Italian Sailors Reportedly Knew About Americas Over 150 Years Before Christopher Columbus

© AP Photo / Bebeto MatthewsChristopher Columbus statue in Manhattan.
Christopher Columbus statue in Manhattan. - Sputnik International, 1920, 10.10.2021
The Italian explorer has been dubbed the discoverer of the New World. His transatlantic voyages carried out at the end of the 15th and the beginning of the 16th centuries opened the way for European exploration and colonisation of the Americas.
Italian sailors knew about the Americas more than 150 years before Christopher Columbus, claims Paolo Chiesa, professor of Medieval Latin Literature. Professor Chiesa says he made the discovery after transcribing and detailing an ancient chronicle, Cronica Universalis, written by an Italian monk named Galvano Fiamma.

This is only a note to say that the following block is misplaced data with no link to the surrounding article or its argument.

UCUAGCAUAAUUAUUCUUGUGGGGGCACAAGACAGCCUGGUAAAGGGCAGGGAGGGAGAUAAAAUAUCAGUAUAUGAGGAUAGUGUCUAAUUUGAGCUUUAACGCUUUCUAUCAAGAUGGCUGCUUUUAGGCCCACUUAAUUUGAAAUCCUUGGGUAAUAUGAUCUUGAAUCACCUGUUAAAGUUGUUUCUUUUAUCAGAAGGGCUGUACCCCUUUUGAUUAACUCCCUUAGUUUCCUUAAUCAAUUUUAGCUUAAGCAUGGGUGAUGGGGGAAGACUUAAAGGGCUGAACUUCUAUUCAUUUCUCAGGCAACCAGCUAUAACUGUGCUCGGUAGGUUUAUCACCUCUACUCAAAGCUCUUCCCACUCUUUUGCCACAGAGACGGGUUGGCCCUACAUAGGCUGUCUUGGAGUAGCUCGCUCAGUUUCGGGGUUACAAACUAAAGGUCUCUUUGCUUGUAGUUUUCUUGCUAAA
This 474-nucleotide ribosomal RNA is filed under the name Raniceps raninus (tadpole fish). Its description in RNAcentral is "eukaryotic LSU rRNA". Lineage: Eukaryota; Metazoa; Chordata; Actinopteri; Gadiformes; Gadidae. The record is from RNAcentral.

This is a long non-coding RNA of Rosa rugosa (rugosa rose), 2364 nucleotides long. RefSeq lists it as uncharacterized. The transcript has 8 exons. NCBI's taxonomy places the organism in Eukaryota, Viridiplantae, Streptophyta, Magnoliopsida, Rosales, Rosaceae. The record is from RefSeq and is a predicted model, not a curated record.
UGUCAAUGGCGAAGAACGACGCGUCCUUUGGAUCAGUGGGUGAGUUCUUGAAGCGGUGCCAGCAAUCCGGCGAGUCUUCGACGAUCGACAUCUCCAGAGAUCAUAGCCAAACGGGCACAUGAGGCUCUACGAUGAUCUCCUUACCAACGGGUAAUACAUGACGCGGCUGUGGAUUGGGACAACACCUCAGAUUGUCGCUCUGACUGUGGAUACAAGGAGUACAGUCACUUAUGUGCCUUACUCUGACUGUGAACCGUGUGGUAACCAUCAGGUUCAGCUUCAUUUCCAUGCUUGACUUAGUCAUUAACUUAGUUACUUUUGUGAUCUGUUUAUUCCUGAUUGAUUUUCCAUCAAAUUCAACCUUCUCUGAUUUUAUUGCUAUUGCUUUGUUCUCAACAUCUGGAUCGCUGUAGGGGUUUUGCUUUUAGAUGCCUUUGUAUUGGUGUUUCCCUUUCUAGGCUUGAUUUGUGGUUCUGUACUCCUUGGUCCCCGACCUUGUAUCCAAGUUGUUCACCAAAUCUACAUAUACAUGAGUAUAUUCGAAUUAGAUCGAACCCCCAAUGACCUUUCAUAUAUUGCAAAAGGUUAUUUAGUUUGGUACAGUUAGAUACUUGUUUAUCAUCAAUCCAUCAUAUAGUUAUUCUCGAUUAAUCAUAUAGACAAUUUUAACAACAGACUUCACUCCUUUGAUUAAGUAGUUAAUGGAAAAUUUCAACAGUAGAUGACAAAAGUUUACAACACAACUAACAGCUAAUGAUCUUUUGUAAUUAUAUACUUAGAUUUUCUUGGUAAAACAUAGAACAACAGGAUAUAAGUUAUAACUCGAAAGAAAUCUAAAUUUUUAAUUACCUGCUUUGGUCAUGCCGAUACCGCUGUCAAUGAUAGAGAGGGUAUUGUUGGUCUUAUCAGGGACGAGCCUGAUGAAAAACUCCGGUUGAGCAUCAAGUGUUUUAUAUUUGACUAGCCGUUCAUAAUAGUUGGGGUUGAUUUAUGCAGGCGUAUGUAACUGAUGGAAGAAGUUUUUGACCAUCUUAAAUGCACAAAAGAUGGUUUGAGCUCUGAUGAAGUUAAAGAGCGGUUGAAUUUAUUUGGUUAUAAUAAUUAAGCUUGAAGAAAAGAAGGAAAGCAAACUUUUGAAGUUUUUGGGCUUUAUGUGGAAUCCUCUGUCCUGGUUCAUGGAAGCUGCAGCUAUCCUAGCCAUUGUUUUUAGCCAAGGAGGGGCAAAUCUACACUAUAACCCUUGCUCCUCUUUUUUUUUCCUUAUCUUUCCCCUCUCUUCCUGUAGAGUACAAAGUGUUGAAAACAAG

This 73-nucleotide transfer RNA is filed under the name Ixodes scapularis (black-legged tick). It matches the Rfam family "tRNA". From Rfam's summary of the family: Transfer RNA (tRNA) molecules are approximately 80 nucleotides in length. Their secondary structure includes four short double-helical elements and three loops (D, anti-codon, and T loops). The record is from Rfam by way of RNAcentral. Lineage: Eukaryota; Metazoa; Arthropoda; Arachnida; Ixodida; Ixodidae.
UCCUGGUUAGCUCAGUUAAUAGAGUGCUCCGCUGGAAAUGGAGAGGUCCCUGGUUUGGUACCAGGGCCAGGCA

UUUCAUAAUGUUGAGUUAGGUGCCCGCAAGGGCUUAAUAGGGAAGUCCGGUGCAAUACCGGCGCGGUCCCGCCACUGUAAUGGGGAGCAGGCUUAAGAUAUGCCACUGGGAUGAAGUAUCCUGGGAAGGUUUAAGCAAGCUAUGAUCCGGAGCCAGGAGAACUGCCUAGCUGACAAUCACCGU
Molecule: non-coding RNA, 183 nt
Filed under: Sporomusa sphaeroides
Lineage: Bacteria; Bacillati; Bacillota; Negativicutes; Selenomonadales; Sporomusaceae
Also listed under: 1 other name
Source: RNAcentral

Penned around 1340, the document features an account by sailors from Columbus' hometown Genoa of a land dubbed "Markland" inhabited by "giants".

"In this land, there are buildings with such huge slabs of stone that nobody could build with them, except huge giants. There are also green trees, animals, and a great quantity of birds", reads the chronicle.

Professor Chiesa described the find as "astonishing", emphasising that if Columbus was aware of what the sailors knew it might have helped convince him to embark on his legendary voyages.
"Nordic legends describe the trips, but until now there has been no evidence that word of this land spread to the Mediterranean", he said.
Cronica Universalis was sold for over $14,000 at Christie's auction house in 1996 to an American collector. According to The Times, there is only one copy of the chronicle, although a public edition of the document is planned.
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